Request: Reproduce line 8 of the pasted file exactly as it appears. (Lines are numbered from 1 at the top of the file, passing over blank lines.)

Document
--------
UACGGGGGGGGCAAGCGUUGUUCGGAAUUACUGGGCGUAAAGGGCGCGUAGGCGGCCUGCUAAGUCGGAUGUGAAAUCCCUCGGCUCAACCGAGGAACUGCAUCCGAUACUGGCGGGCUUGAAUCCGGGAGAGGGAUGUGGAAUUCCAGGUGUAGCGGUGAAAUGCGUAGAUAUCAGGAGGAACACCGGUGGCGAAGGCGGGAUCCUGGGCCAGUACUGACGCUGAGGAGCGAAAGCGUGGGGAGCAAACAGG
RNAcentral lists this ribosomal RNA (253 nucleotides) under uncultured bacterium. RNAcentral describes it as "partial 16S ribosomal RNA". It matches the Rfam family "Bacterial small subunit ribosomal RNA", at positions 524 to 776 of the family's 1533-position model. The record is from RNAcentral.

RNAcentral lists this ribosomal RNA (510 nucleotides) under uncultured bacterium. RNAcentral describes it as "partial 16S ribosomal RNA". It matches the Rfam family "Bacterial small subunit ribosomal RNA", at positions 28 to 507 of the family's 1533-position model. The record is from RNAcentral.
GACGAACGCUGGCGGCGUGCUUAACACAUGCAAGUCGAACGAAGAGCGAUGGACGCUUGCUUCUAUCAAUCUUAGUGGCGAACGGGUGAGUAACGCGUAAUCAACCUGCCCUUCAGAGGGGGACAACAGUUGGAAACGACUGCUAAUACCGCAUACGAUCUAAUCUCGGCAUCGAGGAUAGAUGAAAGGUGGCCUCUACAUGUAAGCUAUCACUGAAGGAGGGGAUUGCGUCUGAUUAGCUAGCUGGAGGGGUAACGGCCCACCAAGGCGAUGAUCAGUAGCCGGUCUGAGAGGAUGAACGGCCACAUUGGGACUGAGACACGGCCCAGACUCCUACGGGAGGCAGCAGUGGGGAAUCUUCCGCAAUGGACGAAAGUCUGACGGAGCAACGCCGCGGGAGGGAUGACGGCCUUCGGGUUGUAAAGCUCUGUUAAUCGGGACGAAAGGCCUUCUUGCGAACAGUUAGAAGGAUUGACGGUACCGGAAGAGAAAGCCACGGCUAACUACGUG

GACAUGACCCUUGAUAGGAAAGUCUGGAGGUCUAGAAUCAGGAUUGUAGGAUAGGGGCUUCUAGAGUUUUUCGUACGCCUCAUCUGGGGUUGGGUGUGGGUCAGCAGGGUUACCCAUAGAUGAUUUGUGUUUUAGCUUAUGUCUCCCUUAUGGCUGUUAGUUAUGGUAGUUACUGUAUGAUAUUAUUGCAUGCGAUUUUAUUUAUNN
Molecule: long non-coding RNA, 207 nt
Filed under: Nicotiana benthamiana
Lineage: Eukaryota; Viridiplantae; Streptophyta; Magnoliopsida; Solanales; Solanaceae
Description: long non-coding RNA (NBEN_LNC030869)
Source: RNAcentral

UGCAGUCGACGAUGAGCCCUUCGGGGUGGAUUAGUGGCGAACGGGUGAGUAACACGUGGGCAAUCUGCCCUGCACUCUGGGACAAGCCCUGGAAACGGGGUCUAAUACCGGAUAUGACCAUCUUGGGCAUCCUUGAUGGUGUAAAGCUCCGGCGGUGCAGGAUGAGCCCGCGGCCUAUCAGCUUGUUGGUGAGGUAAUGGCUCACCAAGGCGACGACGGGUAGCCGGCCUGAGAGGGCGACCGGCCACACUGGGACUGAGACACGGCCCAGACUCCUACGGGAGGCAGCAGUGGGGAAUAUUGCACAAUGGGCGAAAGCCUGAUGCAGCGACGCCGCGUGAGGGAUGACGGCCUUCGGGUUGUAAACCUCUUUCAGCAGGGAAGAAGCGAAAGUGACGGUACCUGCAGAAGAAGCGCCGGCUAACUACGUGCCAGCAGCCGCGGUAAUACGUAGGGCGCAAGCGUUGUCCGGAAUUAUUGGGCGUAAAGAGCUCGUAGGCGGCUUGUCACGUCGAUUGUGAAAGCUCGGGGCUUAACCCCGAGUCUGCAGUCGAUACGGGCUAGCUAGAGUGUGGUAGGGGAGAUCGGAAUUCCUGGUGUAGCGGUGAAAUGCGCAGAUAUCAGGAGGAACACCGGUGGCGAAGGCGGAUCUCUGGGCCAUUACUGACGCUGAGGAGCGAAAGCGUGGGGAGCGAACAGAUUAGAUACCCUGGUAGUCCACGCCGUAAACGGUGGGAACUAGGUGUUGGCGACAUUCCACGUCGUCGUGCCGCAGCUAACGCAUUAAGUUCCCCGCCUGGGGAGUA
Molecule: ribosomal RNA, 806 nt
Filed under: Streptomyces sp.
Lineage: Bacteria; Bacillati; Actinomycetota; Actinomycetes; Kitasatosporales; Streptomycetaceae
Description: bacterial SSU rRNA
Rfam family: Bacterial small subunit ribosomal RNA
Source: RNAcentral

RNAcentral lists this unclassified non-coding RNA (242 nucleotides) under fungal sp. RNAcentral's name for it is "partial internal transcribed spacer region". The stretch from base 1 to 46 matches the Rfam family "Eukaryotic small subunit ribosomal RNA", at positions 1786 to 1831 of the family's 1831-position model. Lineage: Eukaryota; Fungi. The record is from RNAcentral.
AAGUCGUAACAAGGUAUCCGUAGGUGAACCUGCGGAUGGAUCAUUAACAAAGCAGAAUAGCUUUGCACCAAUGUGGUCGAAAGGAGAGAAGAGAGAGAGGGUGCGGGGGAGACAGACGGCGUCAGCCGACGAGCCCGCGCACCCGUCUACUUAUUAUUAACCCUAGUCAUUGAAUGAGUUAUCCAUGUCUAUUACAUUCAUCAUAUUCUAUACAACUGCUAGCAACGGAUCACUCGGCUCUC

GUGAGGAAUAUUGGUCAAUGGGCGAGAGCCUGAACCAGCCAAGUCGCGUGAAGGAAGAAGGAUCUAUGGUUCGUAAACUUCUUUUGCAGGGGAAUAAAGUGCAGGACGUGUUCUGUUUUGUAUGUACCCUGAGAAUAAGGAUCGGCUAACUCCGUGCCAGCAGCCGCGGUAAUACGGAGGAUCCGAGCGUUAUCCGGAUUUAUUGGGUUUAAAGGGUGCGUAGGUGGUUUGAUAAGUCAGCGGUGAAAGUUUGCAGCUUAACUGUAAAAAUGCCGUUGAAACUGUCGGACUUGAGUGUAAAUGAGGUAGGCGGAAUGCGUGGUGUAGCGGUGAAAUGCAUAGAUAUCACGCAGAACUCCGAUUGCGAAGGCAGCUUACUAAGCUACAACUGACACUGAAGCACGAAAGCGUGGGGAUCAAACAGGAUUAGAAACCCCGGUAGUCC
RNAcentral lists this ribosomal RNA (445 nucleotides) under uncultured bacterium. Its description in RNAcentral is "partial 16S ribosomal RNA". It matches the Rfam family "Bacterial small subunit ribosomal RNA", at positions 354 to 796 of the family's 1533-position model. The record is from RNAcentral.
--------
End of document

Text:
Lineage: Eukaryota; Viridiplantae; Streptophyta; Magnoliopsida; Solanales; Solanaceae